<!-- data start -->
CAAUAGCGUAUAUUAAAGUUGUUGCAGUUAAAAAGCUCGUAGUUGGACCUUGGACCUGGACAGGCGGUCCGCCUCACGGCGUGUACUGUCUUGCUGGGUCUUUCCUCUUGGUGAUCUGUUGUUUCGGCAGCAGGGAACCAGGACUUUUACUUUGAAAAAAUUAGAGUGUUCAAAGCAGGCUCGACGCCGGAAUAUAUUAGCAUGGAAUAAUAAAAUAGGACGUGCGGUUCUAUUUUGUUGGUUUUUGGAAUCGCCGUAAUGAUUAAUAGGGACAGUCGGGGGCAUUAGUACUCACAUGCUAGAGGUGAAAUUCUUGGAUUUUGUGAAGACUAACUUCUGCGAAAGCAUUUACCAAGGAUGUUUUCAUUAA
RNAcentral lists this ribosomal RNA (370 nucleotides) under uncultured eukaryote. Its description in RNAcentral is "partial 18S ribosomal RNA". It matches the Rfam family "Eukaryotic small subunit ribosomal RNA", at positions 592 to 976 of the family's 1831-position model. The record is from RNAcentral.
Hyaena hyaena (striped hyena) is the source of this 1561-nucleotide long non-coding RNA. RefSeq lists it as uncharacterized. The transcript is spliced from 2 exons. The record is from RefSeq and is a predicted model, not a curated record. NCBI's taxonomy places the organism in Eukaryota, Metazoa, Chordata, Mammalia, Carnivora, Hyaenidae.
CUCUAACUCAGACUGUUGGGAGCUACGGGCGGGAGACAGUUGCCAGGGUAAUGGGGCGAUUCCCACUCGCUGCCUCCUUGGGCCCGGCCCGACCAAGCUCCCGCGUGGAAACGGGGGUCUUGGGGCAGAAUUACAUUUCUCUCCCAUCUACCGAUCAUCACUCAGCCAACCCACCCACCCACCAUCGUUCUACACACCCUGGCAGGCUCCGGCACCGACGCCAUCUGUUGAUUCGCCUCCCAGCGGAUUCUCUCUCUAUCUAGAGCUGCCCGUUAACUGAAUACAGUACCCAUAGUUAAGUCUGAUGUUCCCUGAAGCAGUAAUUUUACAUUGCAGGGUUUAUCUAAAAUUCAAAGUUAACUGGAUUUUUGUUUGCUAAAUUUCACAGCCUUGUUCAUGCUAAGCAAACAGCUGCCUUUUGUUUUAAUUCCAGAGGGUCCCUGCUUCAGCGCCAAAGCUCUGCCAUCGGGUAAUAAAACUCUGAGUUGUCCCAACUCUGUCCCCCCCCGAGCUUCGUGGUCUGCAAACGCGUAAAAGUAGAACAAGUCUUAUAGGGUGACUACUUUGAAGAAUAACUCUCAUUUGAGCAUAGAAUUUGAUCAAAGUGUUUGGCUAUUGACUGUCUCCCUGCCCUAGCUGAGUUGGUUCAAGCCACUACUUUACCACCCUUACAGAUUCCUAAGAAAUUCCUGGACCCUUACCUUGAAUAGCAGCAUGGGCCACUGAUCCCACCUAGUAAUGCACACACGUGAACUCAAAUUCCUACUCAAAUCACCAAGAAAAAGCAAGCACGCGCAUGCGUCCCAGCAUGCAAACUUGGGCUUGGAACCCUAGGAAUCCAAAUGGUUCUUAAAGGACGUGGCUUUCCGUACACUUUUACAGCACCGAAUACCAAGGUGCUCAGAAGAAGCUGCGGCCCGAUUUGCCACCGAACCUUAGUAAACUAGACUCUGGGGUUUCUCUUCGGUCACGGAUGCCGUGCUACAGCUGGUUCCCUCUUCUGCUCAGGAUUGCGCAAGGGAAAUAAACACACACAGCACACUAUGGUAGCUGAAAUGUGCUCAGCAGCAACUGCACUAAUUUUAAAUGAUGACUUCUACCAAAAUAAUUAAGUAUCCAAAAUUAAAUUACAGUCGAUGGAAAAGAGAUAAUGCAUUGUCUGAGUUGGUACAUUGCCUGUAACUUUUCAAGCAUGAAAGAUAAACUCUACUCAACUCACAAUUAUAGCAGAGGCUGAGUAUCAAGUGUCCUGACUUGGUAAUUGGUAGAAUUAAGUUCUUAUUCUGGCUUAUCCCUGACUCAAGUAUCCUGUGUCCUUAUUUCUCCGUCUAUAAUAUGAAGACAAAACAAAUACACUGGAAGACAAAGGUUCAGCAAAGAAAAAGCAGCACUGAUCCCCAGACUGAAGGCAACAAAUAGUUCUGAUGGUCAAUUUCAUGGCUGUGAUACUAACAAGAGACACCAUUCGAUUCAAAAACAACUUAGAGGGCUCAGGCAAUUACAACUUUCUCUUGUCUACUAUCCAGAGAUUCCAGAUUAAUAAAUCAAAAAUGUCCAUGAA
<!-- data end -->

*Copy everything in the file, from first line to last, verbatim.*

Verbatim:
CAAUAGCGUAUAUUAAAGUUGUUGCAGUUAAAAAGCUCGUAGUUGGACCUUGGACCUGGACAGGCGGUCCGCCUCACGGCGUGUACUGUCUUGCUGGGUCUUUCCUCUUGGUGAUCUGUUGUUUCGGCAGCAGGGAACCAGGACUUUUACUUUGAAAAAAUUAGAGUGUUCAAAGCAGGCUCGACGCCGGAAUAUAUUAGCAUGGAAUAAUAAAAUAGGACGUGCGGUUCUAUUUUGUUGGUUUUUGGAAUCGCCGUAAUGAUUAAUAGGGACAGUCGGGGGCAUUAGUACUCACAUGCUAGAGGUGAAAUUCUUGGAUUUUGUGAAGACUAACUUCUGCGAAAGCAUUUACCAAGGAUGUUUUCAUUAA
RNAcentral lists this ribosomal RNA (370 nucleotides) under uncultured eukaryote. Its description in RNAcentral is "partial 18S ribosomal RNA". It matches the Rfam family "Eukaryotic small subunit ribosomal RNA", at positions 592 to 976 of the family's 1831-position model. The record is from RNAcentral.
Hyaena hyaena (striped hyena) is the source of this 1561-nucleotide long non-coding RNA. RefSeq lists it as uncharacterized. The transcript is spliced from 2 exons. The record is from RefSeq and is a predicted model, not a curated record. NCBI's taxonomy places the organism in Eukaryota, Metazoa, Chordata, Mammalia, Carnivora, Hyaenidae.
CUCUAACUCAGACUGUUGGGAGCUACGGGCGGGAGACAGUUGCCAGGGUAAUGGGGCGAUUCCCACUCGCUGCCUCCUUGGGCCCGGCCCGACCAAGCUCCCGCGUGGAAACGGGGGUCUUGGGGCAGAAUUACAUUUCUCUCCCAUCUACCGAUCAUCACUCAGCCAACCCACCCACCCACCAUCGUUCUACACACCCUGGCAGGCUCCGGCACCGACGCCAUCUGUUGAUUCGCCUCCCAGCGGAUUCUCUCUCUAUCUAGAGCUGCCCGUUAACUGAAUACAGUACCCAUAGUUAAGUCUGAUGUUCCCUGAAGCAGUAAUUUUACAUUGCAGGGUUUAUCUAAAAUUCAAAGUUAACUGGAUUUUUGUUUGCUAAAUUUCACAGCCUUGUUCAUGCUAAGCAAACAGCUGCCUUUUGUUUUAAUUCCAGAGGGUCCCUGCUUCAGCGCCAAAGCUCUGCCAUCGGGUAAUAAAACUCUGAGUUGUCCCAACUCUGUCCCCCCCCGAGCUUCGUGGUCUGCAAACGCGUAAAAGUAGAACAAGUCUUAUAGGGUGACUACUUUGAAGAAUAACUCUCAUUUGAGCAUAGAAUUUGAUCAAAGUGUUUGGCUAUUGACUGUCUCCCUGCCCUAGCUGAGUUGGUUCAAGCCACUACUUUACCACCCUUACAGAUUCCUAAGAAAUUCCUGGACCCUUACCUUGAAUAGCAGCAUGGGCCACUGAUCCCACCUAGUAAUGCACACACGUGAACUCAAAUUCCUACUCAAAUCACCAAGAAAAAGCAAGCACGCGCAUGCGUCCCAGCAUGCAAACUUGGGCUUGGAACCCUAGGAAUCCAAAUGGUUCUUAAAGGACGUGGCUUUCCGUACACUUUUACAGCACCGAAUACCAAGGUGCUCAGAAGAAGCUGCGGCCCGAUUUGCCACCGAACCUUAGUAAACUAGACUCUGGGGUUUCUCUUCGGUCACGGAUGCCGUGCUACAGCUGGUUCCCUCUUCUGCUCAGGAUUGCGCAAGGGAAAUAAACACACACAGCACACUAUGGUAGCUGAAAUGUGCUCAGCAGCAACUGCACUAAUUUUAAAUGAUGACUUCUACCAAAAUAAUUAAGUAUCCAAAAUUAAAUUACAGUCGAUGGAAAAGAGAUAAUGCAUUGUCUGAGUUGGUACAUUGCCUGUAACUUUUCAAGCAUGAAAGAUAAACUCUACUCAACUCACAAUUAUAGCAGAGGCUGAGUAUCAAGUGUCCUGACUUGGUAAUUGGUAGAAUUAAGUUCUUAUUCUGGCUUAUCCCUGACUCAAGUAUCCUGUGUCCUUAUUUCUCCGUCUAUAAUAUGAAGACAAAACAAAUACACUGGAAGACAAAGGUUCAGCAAAGAAAAAGCAGCACUGAUCCCCAGACUGAAGGCAACAAAUAGUUCUGAUGGUCAAUUUCAUGGCUGUGAUACUAACAAGAGACACCAUUCGAUUCAAAAACAACUUAGAGGGCUCAGGCAAUUACAACUUUCUCUUGUCUACUAUCCAGAGAUUCCAGAUUAAUAAAUCAAAAAUGUCCAUGAA